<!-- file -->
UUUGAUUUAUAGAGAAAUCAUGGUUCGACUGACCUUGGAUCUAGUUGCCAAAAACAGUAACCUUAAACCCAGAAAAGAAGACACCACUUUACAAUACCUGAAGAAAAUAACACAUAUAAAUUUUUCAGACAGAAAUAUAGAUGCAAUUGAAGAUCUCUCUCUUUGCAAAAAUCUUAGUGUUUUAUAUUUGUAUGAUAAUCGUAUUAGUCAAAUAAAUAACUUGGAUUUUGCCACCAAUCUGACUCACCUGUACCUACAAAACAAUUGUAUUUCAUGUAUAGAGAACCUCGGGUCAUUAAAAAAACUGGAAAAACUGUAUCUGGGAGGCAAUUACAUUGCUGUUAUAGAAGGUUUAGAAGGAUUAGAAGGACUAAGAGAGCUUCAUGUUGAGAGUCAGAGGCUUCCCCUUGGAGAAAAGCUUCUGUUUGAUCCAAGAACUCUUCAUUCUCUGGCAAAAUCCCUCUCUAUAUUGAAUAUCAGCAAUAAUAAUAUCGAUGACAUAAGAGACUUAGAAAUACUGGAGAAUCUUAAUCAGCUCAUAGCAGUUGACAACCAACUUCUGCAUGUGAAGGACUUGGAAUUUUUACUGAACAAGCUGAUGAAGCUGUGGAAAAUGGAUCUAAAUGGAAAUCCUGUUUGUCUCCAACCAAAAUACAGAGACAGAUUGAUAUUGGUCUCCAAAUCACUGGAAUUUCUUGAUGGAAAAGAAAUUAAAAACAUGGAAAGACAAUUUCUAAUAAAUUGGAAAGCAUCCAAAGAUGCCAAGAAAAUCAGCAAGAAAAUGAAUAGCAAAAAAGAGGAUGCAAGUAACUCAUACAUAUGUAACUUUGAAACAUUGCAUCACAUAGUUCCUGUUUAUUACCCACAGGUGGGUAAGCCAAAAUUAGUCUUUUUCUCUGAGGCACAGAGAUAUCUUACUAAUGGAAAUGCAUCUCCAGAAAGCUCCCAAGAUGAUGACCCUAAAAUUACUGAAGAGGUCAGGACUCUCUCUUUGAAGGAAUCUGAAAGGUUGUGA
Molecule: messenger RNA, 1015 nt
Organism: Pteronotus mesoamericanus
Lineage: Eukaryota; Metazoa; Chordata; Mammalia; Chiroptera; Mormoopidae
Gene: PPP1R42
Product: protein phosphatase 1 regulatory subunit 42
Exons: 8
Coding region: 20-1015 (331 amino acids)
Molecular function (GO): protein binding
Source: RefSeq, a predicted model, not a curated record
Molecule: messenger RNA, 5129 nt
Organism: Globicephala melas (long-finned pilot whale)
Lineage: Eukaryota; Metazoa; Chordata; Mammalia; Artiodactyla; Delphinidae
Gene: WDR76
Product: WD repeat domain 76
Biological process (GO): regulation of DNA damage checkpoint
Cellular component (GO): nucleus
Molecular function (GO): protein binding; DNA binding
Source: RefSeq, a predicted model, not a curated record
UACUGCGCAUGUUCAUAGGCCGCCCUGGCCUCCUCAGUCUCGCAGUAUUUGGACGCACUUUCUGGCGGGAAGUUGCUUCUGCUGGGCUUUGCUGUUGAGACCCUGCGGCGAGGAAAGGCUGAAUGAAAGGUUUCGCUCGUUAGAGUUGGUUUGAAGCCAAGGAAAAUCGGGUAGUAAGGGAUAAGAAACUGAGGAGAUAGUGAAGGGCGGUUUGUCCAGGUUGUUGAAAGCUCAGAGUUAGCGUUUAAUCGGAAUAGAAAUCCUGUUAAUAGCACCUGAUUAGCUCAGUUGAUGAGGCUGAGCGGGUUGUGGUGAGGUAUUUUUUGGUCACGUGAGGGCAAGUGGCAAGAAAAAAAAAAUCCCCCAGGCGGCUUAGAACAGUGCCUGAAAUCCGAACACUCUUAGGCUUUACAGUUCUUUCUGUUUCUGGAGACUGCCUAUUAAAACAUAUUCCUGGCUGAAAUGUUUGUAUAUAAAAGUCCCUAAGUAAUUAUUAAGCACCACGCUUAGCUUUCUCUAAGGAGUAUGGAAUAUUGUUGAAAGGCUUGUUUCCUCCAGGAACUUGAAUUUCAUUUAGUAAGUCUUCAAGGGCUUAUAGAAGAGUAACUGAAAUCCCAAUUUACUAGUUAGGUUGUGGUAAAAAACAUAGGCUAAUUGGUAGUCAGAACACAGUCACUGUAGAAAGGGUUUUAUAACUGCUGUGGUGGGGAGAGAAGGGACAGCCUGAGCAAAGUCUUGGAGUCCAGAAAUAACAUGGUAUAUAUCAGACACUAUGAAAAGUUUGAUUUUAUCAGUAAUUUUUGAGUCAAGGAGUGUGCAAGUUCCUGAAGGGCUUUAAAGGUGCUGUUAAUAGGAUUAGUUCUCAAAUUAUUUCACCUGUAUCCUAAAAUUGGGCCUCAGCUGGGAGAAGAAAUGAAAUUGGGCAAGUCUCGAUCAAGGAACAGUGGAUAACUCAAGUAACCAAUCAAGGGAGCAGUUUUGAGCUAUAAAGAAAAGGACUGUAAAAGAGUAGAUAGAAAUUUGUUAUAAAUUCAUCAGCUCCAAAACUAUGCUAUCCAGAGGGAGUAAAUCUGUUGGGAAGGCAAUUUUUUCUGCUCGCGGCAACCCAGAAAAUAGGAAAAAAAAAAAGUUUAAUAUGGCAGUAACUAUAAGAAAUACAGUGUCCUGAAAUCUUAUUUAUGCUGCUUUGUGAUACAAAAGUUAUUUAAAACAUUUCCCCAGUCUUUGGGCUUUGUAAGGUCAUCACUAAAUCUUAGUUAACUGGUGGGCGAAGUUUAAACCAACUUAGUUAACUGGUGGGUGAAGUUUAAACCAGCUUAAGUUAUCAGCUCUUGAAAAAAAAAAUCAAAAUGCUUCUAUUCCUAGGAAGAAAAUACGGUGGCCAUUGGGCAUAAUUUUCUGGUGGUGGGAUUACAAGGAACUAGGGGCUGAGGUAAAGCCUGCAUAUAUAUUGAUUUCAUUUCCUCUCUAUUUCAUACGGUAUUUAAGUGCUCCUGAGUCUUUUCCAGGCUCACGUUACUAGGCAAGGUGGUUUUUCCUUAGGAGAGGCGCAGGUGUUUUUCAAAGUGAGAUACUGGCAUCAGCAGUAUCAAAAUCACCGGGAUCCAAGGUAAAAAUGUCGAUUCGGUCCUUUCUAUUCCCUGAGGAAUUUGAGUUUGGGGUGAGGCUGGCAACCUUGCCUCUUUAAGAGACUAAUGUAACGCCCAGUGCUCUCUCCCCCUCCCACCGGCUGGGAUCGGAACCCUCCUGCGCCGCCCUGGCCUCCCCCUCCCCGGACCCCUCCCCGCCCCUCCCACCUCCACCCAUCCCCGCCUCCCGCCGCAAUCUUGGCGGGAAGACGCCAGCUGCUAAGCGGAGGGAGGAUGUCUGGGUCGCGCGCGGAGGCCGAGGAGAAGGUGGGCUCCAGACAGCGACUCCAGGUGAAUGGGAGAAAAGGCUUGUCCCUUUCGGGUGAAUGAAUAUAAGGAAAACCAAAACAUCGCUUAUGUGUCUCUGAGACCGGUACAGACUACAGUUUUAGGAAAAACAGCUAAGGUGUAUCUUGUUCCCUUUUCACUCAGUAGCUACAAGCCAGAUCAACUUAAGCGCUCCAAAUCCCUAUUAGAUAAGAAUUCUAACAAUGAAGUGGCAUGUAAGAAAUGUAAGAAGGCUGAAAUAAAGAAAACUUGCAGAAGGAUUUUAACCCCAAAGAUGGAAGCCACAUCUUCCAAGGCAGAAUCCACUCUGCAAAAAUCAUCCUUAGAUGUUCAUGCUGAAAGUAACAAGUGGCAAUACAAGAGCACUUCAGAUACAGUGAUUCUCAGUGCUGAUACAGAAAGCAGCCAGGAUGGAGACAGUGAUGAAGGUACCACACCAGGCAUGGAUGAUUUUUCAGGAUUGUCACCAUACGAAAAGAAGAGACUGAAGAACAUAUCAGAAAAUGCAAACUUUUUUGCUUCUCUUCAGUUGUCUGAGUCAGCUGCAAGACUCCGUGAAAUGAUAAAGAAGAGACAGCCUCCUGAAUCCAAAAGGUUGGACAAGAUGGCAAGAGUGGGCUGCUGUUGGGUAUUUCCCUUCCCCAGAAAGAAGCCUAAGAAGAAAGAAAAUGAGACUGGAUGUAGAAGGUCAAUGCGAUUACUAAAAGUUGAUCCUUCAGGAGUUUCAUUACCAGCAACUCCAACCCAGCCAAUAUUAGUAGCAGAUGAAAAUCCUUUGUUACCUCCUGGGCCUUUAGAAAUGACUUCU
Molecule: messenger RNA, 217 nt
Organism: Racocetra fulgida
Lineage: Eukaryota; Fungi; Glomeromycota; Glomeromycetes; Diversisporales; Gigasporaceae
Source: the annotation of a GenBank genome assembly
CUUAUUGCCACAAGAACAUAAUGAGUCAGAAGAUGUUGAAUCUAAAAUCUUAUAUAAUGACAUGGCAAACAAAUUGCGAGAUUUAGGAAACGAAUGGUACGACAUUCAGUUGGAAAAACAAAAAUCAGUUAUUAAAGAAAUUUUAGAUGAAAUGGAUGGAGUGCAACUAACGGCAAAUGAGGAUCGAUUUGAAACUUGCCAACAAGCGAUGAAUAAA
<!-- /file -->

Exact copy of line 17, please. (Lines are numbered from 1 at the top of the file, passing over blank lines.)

Cellular component (GO): nucleus